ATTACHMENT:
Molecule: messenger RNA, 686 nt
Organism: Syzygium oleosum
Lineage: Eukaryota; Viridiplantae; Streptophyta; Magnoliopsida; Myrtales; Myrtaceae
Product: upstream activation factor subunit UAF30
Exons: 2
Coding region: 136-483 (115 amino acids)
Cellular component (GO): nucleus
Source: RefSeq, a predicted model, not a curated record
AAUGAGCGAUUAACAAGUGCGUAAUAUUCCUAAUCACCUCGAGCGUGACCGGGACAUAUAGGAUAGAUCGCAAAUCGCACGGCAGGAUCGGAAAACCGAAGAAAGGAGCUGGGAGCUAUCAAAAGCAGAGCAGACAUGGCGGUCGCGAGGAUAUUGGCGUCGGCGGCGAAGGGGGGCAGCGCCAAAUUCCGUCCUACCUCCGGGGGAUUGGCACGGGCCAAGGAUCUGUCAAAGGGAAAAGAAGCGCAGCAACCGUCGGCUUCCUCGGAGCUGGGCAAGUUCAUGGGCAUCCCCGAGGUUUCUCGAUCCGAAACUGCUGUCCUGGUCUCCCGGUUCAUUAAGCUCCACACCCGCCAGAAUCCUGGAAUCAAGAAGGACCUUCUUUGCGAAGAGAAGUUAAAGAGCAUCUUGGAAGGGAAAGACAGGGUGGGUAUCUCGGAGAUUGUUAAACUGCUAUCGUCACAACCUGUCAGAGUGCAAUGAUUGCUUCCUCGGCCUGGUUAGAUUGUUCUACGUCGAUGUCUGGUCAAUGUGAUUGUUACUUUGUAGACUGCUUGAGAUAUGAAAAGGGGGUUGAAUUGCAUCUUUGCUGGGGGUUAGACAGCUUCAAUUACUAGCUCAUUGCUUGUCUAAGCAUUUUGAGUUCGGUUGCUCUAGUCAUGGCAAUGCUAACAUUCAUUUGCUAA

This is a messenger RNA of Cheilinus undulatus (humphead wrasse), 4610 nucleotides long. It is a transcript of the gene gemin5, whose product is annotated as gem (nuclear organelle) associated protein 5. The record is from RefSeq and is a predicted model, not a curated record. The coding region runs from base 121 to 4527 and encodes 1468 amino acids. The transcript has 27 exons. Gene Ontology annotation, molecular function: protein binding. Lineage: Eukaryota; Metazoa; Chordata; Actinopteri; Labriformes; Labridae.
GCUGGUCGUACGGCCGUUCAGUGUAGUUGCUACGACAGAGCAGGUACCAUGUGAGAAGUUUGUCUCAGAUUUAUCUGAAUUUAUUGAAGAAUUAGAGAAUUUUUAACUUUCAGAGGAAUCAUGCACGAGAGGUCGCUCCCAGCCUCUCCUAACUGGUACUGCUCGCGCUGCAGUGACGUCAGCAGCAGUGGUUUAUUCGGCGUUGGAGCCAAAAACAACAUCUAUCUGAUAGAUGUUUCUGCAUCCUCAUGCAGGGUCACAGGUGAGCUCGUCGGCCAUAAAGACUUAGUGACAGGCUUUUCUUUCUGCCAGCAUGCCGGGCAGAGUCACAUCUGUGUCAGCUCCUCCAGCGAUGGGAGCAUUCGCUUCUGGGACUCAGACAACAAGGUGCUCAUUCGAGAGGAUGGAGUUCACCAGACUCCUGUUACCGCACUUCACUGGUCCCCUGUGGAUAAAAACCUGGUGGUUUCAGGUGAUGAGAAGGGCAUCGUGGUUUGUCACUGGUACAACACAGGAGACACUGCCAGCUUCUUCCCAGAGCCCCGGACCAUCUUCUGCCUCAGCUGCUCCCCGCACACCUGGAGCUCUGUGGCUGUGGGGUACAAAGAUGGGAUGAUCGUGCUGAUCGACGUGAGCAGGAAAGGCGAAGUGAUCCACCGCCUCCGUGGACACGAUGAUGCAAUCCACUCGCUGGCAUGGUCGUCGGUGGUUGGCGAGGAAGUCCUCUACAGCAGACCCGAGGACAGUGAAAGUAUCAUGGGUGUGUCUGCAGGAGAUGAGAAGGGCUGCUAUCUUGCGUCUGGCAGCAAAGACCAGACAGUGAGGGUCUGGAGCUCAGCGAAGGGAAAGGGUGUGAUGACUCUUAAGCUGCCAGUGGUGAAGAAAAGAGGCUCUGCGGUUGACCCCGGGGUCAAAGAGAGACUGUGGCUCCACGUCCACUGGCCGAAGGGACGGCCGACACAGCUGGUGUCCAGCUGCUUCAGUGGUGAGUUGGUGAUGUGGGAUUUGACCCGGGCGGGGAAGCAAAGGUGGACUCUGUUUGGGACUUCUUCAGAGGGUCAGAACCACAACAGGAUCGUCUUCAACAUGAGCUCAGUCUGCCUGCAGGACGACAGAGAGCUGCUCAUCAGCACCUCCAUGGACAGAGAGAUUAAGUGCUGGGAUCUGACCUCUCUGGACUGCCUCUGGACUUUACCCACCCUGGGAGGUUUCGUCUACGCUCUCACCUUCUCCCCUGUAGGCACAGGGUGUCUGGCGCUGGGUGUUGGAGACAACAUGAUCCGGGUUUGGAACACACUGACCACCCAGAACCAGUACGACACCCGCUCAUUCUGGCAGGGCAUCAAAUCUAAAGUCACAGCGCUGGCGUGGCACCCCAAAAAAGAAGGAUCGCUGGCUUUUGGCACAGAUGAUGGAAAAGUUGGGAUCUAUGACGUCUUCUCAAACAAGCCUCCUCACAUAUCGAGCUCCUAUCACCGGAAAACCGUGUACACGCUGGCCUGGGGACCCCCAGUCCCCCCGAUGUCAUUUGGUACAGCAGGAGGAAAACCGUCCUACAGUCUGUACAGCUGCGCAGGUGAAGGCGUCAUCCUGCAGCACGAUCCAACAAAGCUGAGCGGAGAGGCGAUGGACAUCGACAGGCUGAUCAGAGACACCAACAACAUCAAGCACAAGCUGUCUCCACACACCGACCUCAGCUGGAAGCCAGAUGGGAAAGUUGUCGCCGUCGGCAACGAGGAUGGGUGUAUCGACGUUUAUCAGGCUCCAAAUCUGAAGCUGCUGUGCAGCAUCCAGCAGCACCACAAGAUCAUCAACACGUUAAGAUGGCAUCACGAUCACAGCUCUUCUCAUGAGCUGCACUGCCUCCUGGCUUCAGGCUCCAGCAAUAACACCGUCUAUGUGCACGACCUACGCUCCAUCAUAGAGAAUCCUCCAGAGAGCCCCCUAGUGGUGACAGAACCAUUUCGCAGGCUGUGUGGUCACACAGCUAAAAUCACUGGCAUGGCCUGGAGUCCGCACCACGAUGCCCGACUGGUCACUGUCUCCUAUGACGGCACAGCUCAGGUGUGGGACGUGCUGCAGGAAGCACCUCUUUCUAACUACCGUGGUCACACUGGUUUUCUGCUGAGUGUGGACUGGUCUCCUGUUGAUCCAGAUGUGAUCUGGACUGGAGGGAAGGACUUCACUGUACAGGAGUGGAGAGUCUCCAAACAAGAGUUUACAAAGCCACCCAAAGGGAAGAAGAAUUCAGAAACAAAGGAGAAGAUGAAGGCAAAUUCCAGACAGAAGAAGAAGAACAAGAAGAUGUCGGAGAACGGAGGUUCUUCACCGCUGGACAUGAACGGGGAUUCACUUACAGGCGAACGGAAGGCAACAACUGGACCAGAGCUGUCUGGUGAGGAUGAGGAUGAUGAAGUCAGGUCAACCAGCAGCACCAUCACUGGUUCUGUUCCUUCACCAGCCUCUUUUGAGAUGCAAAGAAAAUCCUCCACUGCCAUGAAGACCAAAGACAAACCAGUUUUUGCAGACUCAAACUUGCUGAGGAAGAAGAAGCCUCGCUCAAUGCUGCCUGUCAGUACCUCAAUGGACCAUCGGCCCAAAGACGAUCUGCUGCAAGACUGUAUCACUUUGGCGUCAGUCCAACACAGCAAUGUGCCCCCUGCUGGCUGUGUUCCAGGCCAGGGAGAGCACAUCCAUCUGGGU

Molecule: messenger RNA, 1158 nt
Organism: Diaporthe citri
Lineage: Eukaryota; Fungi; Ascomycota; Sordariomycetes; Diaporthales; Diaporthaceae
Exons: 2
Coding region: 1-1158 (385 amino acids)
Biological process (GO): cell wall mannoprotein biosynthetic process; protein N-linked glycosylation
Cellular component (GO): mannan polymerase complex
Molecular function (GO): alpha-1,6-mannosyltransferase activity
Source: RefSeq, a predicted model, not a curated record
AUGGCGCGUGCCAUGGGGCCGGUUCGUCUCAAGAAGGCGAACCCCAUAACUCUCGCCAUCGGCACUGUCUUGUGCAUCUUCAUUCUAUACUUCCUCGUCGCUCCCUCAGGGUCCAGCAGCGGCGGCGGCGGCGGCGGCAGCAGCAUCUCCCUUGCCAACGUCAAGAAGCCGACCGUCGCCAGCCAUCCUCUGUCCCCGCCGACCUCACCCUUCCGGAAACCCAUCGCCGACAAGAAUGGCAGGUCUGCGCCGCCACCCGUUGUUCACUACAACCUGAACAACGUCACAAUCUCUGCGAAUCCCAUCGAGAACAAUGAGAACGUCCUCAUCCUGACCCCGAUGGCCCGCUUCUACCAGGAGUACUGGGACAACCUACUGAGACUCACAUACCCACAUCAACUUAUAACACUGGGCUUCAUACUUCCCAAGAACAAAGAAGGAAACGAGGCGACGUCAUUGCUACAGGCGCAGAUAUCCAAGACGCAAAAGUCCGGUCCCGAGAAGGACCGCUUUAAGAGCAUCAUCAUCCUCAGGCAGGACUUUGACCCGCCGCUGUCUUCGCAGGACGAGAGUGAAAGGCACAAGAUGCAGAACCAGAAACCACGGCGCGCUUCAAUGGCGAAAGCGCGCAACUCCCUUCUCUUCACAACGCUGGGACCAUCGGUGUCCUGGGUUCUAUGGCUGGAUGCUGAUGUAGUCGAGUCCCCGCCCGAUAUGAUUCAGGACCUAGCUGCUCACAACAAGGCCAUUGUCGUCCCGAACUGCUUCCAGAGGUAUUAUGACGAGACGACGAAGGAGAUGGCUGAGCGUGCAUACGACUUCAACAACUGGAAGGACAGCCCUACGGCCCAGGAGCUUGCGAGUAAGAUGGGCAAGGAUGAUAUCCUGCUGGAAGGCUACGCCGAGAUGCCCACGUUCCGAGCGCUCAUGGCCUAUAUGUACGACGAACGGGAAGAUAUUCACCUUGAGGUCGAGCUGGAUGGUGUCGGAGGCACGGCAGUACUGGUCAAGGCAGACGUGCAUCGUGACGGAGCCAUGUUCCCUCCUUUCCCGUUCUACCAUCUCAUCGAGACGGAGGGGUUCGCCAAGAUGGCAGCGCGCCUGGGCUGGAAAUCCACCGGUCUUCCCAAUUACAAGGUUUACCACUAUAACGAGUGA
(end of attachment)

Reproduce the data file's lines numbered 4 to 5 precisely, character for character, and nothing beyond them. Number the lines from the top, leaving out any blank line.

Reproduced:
Product: upstream activation factor subunit UAF30
Exons: 2